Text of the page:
Interactive influences of family and school ecologies on the depression status among children in marital immigrant families

Fu Gong Lin, Ho Jui Tung, Yu Hsin Hsieh, Jin Ding Lin

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14 Citations (Scopus)


The incidence of transnational marriage has increased significantly in Taiwan in recent years. Children born in immigrant families are predisposed to acculturation and learning problems. We aimed to determine if the children of marital immigrants are more depressed than children from native families, and examine the individual and joint effects of various factors on their depression risk. A cross-sectional study was performed to investigate the depression status of elementary school children in MiaoLi County, Taiwan. A total of 676 participants, including 157 children from families in which the mother was an immigrant and the father native to Taiwan, were recruited from 29 schools. A modified depression scale "Depression Screen Scale for Children and Adolescents" for domestic school children was used to determine depression status. Data which might relate to depression, including demographic, family and school variables, were collected with a structured questionnaire and analyzed with multivariate and stratification methods. The results show that 20.4% of children from immigrant mother families and 17.1% of children from native families exhibited depressive symptoms. The child-parent relationship, peer relationship and academic performance in school were found by logistic regression to be the main predictors of depression in immigrant family children. With further stratification analysis, synergistic effects in immigrant families were found between child-parent relationship and family climate and between peer relationship and academic performance, raising the risk of depression in children of marital immigrants by 7.26- and 7.71-fold, respectively. This synergistic effect was not observed in native families. This study provides significant evidence of synergistic effects between family variables and school variables which increase, up to more than 7-fold, the risk of depression in children of marital immigrants. The results provide hints to parents and teachers for improving the mental health of children in immigrant families by reducing the occurrence of depression.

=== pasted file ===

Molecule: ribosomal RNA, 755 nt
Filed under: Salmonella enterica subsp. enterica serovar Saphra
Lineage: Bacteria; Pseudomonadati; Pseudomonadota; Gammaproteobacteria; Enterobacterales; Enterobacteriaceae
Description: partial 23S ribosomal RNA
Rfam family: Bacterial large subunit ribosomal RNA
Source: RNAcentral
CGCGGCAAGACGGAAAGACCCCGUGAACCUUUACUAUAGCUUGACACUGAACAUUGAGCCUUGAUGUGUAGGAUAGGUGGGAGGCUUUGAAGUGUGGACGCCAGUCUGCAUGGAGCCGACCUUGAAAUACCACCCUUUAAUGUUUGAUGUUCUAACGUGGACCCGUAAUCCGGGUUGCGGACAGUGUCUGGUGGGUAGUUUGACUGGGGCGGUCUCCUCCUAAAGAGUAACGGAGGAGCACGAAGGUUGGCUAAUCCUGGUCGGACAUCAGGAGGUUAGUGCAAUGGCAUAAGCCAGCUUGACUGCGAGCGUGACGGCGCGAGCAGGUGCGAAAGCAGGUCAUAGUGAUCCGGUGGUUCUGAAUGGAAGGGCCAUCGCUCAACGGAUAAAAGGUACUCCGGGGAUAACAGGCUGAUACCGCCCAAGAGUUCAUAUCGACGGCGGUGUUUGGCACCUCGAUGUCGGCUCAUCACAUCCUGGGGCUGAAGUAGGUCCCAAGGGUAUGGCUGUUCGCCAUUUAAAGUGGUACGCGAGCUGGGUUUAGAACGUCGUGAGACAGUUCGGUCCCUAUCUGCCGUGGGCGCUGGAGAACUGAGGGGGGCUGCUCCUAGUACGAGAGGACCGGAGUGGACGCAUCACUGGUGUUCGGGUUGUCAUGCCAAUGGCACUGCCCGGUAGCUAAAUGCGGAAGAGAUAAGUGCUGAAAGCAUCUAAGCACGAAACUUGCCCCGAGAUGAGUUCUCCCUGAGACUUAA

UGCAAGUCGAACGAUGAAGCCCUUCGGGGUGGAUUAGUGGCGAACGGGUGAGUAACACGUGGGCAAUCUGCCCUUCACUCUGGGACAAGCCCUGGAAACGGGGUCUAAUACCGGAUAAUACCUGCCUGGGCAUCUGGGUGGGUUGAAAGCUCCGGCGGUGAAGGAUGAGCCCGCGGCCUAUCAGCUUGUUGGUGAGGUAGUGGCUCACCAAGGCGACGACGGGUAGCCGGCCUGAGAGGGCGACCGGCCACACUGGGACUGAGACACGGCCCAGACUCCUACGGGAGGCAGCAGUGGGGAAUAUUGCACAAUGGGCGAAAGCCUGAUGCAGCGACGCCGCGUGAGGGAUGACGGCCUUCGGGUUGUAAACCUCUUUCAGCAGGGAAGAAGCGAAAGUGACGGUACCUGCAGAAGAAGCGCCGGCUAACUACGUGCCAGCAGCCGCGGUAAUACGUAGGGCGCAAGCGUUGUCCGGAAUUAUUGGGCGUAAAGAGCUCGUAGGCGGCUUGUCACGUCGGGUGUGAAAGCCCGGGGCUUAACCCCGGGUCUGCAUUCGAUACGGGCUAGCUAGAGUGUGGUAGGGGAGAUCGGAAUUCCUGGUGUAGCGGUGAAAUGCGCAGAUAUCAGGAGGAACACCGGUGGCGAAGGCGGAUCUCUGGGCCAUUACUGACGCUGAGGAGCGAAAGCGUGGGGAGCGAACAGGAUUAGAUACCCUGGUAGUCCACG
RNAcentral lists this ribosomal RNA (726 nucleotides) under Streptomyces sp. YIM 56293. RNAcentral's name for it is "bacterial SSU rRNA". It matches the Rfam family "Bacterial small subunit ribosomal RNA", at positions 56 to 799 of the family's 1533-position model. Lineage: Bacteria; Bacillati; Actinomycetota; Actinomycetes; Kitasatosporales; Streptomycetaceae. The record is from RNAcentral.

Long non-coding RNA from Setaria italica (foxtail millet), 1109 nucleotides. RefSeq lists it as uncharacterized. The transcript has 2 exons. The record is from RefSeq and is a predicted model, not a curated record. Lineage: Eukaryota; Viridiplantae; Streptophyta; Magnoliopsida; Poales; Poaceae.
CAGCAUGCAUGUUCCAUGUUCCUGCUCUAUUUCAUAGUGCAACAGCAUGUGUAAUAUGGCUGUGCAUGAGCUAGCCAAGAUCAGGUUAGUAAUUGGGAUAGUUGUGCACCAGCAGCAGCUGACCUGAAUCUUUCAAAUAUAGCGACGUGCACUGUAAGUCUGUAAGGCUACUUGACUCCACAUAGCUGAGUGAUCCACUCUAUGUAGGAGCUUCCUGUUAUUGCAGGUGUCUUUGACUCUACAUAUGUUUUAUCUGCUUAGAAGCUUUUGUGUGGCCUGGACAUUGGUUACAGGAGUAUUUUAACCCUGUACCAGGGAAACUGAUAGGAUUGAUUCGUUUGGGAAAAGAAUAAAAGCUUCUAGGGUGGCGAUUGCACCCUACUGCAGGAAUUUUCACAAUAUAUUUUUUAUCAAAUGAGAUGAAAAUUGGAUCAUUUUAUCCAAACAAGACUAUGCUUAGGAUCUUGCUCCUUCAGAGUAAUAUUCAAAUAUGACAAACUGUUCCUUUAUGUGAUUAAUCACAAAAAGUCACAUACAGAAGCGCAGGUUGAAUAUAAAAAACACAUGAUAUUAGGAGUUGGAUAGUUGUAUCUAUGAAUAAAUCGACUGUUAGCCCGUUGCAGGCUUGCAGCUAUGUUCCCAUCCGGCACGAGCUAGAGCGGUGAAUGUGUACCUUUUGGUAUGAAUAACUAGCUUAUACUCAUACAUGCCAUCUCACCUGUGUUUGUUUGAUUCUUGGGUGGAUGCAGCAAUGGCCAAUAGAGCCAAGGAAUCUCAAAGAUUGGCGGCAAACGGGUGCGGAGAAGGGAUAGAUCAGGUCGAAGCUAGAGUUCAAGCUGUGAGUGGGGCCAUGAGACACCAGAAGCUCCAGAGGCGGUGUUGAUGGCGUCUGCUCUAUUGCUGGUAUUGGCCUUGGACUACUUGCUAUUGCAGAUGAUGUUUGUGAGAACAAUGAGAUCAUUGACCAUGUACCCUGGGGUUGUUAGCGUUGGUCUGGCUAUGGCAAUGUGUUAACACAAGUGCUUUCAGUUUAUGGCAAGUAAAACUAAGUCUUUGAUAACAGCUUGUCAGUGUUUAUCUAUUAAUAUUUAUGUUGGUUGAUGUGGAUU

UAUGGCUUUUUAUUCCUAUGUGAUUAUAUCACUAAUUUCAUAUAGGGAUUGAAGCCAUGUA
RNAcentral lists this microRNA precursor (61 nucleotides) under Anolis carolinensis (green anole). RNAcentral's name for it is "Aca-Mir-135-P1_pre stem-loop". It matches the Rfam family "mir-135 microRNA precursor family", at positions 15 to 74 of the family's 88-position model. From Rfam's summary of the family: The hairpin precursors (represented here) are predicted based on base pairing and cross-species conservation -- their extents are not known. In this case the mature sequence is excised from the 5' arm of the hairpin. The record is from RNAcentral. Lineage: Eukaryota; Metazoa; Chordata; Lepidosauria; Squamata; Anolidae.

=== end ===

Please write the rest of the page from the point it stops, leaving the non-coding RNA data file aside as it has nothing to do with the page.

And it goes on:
Original languageEnglish
Pages (from-to)2027-2035
Number of pages9
JournalResearch in Developmental Disabilities
Issue number6
Publication statusPublished - Nov 1 2011
Externally publishedYes


  • Depression
  • Immigrant mother
  • Interaction effect
  • Marital immigration

ASJC Scopus subject areas

  • Clinical Psychology
  • Developmental and Educational Psychology


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